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Mingus Union running back Andrew Meyer (12) is stopped by the Flagstaff defense Friday during Flagstaff’s 7-0 home opener victory at Cromer Stadium.

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Beware the haunting of Flagstaff with this spooky history tour
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Pitch dark, save the flickering lantern dangling from his lapel, and Dreadful Dre stood ramrod straight in a deserted parking lot on Leroux Street. He twirled his skull-handled cane, then pointed the staff ominously northward in the direction of a stately Flagstaff home deemed by many, including the man himself, as haunted.

Nobody said anything. Silence fell, serious as the drop of a gallows, among the group. A slightly waning gibbous moon augmented by the swaying lantern did nothing to dispel the creepy, palpable possibility that something menacing, something spectral, might soon materialize on this Saturday night.

At last, Dreadful Dre spoke — his robust tenor taking on sober tones, his eyeballs bulging and his demonic smiling-skeleton face mask throbbing with every inhalation and exhalation, his delivery channeling a combination of Vincent Price and Rod Serling.

“I do assure you,” he said, “this story is sufficient enough to chill anyone to the bone.”

All that was missing was a demented cackle.

He spent the next 10 minutes detailing the grisly details of the 1937 Walkup family murders, one of the highlights of the Downtown Flagstaff Haunted History Tour, a fall staple in town since 2015, seemingly made even more spooky in these mask-wearing, virus-fearing pandemic times.

And Dreadful Dre — you may know him better as Andres “Dapper Dre” Adauto, local theater and civic-event bon vivant — played it up to the hilt, combing the Gothic and the gore in a chilling display of yarn-spinning. Lest we reveal any spoilers, it’s enough to say that the mass killing involving one of Flagstaff’s most prominent Depression-era families included references to ice picks, grisly discoveries, a fraught note to the milkman, a discarded shoe in the woods and the apparition of a young girl frolicking in the front yard.

There are seven stops on this, in Dre’s coinage, “call of the macabre.” Some purported haunted locations are well known in local lore — the Milligan House mischief; the assorted Orpheum Theater hauntings; the array of ghastly goings-on at the Hotel Monte Vista — but others may be less celebrated but no less eerie.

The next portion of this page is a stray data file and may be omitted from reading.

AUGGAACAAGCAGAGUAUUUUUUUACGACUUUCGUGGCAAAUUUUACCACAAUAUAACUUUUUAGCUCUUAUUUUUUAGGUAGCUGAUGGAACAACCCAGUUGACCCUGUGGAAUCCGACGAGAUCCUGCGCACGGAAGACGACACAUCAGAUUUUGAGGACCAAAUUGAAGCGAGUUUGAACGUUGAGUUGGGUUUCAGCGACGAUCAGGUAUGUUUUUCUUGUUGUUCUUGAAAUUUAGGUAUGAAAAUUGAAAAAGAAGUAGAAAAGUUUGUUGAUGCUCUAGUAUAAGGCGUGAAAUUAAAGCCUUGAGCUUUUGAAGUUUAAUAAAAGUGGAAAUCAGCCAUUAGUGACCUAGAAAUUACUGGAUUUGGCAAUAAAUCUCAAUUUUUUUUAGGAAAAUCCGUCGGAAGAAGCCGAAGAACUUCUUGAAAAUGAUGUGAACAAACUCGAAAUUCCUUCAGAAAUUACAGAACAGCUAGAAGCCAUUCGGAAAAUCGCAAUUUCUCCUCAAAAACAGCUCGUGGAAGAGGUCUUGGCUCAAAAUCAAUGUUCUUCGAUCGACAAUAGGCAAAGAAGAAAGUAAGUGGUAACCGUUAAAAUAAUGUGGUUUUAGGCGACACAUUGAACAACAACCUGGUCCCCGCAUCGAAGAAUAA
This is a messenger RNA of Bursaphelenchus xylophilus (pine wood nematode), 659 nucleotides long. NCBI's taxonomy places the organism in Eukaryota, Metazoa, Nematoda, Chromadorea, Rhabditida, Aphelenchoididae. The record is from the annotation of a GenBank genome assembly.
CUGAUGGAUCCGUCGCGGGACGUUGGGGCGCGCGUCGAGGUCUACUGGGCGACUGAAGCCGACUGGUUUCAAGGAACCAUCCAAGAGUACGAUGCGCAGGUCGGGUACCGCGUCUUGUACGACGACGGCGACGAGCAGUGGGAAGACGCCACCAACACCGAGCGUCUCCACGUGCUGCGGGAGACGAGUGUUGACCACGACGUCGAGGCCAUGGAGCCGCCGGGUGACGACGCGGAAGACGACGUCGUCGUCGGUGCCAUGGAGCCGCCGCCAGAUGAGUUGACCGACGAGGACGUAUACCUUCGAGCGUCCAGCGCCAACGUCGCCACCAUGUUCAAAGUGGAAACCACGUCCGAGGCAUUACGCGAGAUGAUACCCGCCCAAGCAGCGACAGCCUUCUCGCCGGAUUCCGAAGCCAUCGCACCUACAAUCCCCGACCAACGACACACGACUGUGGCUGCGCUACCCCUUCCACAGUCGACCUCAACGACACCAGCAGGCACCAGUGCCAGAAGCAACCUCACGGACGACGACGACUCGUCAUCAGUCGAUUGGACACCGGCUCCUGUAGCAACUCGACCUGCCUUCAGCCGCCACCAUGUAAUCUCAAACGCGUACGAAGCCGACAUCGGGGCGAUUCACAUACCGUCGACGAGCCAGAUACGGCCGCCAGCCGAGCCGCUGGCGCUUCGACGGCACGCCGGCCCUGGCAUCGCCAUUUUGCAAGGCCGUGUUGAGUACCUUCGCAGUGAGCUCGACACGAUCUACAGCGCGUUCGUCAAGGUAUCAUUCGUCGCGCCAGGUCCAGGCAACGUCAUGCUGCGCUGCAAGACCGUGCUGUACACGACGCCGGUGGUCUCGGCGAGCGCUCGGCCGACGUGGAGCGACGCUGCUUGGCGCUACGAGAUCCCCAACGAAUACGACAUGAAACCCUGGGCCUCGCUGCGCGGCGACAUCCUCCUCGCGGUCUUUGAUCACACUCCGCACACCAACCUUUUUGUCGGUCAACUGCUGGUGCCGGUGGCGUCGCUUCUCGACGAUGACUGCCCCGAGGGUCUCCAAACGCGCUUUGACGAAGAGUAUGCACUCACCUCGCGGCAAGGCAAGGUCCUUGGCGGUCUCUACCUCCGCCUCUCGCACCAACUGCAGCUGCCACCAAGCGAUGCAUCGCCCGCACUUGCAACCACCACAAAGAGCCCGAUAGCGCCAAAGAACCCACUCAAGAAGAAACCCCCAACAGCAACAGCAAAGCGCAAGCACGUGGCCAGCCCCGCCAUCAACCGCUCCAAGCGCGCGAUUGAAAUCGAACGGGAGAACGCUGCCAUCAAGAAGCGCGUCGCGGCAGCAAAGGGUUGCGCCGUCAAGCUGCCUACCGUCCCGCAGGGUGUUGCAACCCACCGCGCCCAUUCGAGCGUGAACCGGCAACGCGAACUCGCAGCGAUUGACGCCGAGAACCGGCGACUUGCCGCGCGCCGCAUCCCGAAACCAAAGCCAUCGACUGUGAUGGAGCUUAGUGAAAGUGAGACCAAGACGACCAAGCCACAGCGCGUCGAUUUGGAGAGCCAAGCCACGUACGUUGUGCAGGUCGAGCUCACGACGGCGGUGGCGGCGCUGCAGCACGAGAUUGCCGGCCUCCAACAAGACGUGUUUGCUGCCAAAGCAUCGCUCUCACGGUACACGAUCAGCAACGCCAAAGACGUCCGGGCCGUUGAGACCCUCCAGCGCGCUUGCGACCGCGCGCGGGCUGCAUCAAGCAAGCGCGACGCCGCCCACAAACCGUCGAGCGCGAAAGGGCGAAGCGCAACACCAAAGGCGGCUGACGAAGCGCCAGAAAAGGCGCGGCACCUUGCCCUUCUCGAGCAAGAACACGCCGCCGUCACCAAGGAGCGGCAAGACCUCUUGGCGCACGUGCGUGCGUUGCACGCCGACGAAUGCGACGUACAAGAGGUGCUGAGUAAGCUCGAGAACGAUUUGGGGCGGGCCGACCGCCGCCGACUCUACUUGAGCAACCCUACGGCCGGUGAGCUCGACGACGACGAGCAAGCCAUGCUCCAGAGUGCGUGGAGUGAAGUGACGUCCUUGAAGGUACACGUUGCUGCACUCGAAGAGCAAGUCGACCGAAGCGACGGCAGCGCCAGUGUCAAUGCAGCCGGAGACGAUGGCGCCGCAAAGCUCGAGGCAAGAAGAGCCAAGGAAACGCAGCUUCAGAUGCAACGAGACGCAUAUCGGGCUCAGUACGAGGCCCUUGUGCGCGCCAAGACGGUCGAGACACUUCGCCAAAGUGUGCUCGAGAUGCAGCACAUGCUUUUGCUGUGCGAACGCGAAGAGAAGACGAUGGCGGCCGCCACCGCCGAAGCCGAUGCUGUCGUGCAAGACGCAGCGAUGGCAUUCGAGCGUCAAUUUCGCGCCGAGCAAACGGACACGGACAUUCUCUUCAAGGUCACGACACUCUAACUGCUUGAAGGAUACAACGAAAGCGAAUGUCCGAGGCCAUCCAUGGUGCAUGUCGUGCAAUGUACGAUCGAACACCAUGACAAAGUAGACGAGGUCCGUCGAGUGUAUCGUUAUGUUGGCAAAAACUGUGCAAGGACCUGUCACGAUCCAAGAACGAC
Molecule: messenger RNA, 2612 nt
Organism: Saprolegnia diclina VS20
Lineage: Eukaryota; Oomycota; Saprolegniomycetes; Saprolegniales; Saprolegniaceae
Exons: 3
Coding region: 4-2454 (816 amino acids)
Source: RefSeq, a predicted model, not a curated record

Or maybe it’s just the combination of Flagstaff’s famous dark sky, the Saturday night revelers walking the streets like zombies in masks, and Dre’s presentation that guaranteed a Halloween-style fright.

Yes, the overly rational among us will have to invoke a willing suspension of disbelief to get into the spirit of the thing. But Dre’s demeanor goes a long way to help. From the top of his stovepipe hat to the soles of his two-tone Oxfords, he exuded a crypt-keeper’s melding of deadpan recitation and sardonic asides.

Here he is standing in front of the Orpheum Theater, detailing a recurring haunting over the decades: “Another presence is in the men’s bathroom. Toilets flushing! Paper rolling and unrolling! One might wonder what happened to that poor lost spirit. An Elvis moment? Or did they have to get a demon out of them. Who knows? We can only wonder.”

And here he is, across the street from the Hotel Monte Vista, spinning the tale of a #MeToo haunting in Room 305 from back in the day: “A group of businessmen engaged some ladies of the night to do those things that those agreements entailed. And it so happened that the services rendered were not, let’s maybe say, wanted, needed or appreciated, and said ladies of the night took their last trip out of the hotel through the window onto the steps and they were no more. But, their spirits being wronged in that said way, you stuck around in Room 305. Men have felt being suffocated in the middle of the night in there, being awakened to pressure on their chest and neck in revenge for potential wrongs done previously.”

Tour participants, throughout the evening, reacted as expected: a few gasps, many nervous chuckles, some hollow-eyed silence and both amused and bemused expressions. Occasionally, too, they chimed in with stories of their own.

After Dre mentioned that the Hotel Monte Vista is well known as a “ghost-hunter” destination, a woman raised her hand and her voice: “I heard from someone who worked there that they knocked down the wall and found a bloody nightgown inside the wall.”

A chorus of “ewws” ensued, and you could almost see Dre making a mental note to check the story out for future tours.

Impressive as Dre is, he’s just the “talent.” The prime movers and creators are the mother-and-son team of Freaky Flagstaff Foottours LLC, Susan Johnson and Nick Jones.

Johnson is a local historian and author. She’s writing a book about the Walkup murders; hence, it’s star status on the tour. She has combined her fascination with ghosts with her love of Flagstaff’s Old West past and wants to share the tales to a wider audience. Until this year, she gave the tours herself, with Nick’s help. She said she was going to let the tour slide this fall because of COVID-19 concerns and a job change, but Nick changed her mind. He also enlisted Dre, a longtime friend, to be the front man.